One of Africa's rarest primates protected by... speedbumps
A new study revealed that a drastic reduction of deaths of one of Africa's rarest primates, the Zanzibar red colobus (Piliocolobus kirkii), followed the installation of four speedbumps along a stretch of road where the species frequently crossed.
Zanzibar red colobus are found only in the Zanzibar archipelago and classified as Endangered by the IUCN Red List. Reliant on Unguja Island's forests for their survival, around half of the species population is found in Jozani-Chwaka Bay National Park.
In the study, published in Oryx—The International Journal of Conservation, primatologists from Bangor University, in collaboration with national park managers from Zanzibar and the Wildlife Conservation Society (WCS), assessed mortality from vehicle collisions—a growing threat faced by primates living in increasingly fragmented habitats crisscrossed by roads.
They found that historic data from the road traversing the national park showed that one colobus was killed on average every 2-3 weeks by traffic. After speedbumps were installed, this was reduced to one every six weeks.
While great progress, this mortality rate is still a significant threat to the species—especially given that natural predation tends to target weaker individuals, yet roadkill is indiscriminate, killing reproductively active adults as well as the very young and old.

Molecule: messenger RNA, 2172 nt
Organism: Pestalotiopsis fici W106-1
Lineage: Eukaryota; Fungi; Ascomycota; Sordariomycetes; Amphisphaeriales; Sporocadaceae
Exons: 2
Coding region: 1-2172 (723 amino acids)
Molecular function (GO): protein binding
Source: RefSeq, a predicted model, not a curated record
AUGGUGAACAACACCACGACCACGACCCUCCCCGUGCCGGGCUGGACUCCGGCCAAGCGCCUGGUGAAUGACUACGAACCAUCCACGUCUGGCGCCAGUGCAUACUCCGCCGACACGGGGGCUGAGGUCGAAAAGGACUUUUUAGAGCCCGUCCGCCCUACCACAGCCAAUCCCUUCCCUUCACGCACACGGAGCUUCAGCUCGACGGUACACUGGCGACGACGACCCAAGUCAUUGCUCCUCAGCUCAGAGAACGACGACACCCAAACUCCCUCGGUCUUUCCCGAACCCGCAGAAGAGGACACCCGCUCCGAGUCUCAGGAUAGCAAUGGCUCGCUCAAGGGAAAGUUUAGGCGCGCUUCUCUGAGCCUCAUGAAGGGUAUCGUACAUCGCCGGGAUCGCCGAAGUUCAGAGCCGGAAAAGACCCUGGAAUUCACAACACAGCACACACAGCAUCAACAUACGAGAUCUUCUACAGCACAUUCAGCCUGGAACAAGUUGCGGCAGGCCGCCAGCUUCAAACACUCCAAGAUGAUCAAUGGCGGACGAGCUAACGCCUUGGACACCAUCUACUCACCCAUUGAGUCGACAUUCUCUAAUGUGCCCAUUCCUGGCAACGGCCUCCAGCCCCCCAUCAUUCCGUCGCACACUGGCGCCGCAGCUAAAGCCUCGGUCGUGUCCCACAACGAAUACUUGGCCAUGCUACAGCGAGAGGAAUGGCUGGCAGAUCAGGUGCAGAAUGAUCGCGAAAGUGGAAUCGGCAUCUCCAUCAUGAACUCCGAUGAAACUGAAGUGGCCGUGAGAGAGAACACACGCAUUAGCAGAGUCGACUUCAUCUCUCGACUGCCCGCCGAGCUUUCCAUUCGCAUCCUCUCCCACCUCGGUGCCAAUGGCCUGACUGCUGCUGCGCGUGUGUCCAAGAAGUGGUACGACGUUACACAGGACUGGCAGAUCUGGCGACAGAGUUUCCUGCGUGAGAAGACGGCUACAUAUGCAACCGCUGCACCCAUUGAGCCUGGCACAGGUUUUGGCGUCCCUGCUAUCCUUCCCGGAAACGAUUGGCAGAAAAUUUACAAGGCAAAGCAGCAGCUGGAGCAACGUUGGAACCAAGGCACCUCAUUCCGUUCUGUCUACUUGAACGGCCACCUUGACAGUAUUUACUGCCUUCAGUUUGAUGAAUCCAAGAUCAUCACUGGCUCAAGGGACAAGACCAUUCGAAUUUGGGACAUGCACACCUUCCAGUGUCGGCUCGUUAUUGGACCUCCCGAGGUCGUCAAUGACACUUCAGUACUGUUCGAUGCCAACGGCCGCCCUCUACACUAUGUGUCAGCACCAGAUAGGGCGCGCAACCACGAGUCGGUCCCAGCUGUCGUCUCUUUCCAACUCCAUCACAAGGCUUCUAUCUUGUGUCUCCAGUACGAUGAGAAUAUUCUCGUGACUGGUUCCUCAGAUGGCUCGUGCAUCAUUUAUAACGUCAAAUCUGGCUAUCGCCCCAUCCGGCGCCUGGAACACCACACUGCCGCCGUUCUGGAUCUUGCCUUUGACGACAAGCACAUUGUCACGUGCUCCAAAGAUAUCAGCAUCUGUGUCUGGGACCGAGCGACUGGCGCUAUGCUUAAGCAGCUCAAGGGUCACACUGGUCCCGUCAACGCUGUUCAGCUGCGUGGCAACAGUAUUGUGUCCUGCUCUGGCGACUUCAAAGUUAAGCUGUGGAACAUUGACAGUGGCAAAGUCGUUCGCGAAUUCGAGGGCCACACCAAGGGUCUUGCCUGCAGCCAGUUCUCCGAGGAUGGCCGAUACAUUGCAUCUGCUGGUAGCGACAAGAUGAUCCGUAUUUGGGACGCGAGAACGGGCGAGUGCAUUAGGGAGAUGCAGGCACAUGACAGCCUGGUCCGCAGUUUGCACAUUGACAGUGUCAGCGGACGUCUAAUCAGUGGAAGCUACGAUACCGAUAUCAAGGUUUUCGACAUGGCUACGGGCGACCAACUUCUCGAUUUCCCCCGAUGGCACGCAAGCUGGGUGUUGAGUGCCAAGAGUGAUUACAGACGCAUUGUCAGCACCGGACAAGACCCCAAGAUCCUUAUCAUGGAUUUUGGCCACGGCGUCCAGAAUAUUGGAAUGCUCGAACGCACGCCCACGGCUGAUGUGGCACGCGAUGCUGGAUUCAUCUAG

Bangor primatologist and Director of the Zanzibar Red Colobus Project, Dr. Alexander Georgiev, and senior author of this study, said: "Cars are not selective in the animals they kill. This means that while natural predators may target the very young and old more often, cars are equally likely to kill reproductively active young adults, who would contribute the most to population growth. And this may be a problem."
Harry Olgun, now a Ph.D. student at the University's School of Natural Sciences, led this study as part of his Masters research on the road ecology of the Zanzibar red colobus. Olgun said: "After the road at Jozani was surfaced but before the speedbumps were installed, a colobus was reported to have been killed every two to three weeks, resulting in perhaps about 12-17 percent annual mortality, according to one estimate. The recent data show that speedbumps have made a huge difference for the safety of the colobus. Adding more speedbumps would help reduce the risk further."
Dr. Tim Davenport, Director of Species Conservation & Science in Africa at WCS, who led the first countrywide census of the Zanzibar red colobus a few years ago and is a coauthor of the study, said: "As tourism grows in Zanzibar and habitat continues to shrink, using science to quantify and solve conservation problems has never been so important. Understanding the impact of vehicles on wildlife within a park, and implementing practical solutions is exactly what we as conservationists should be doing."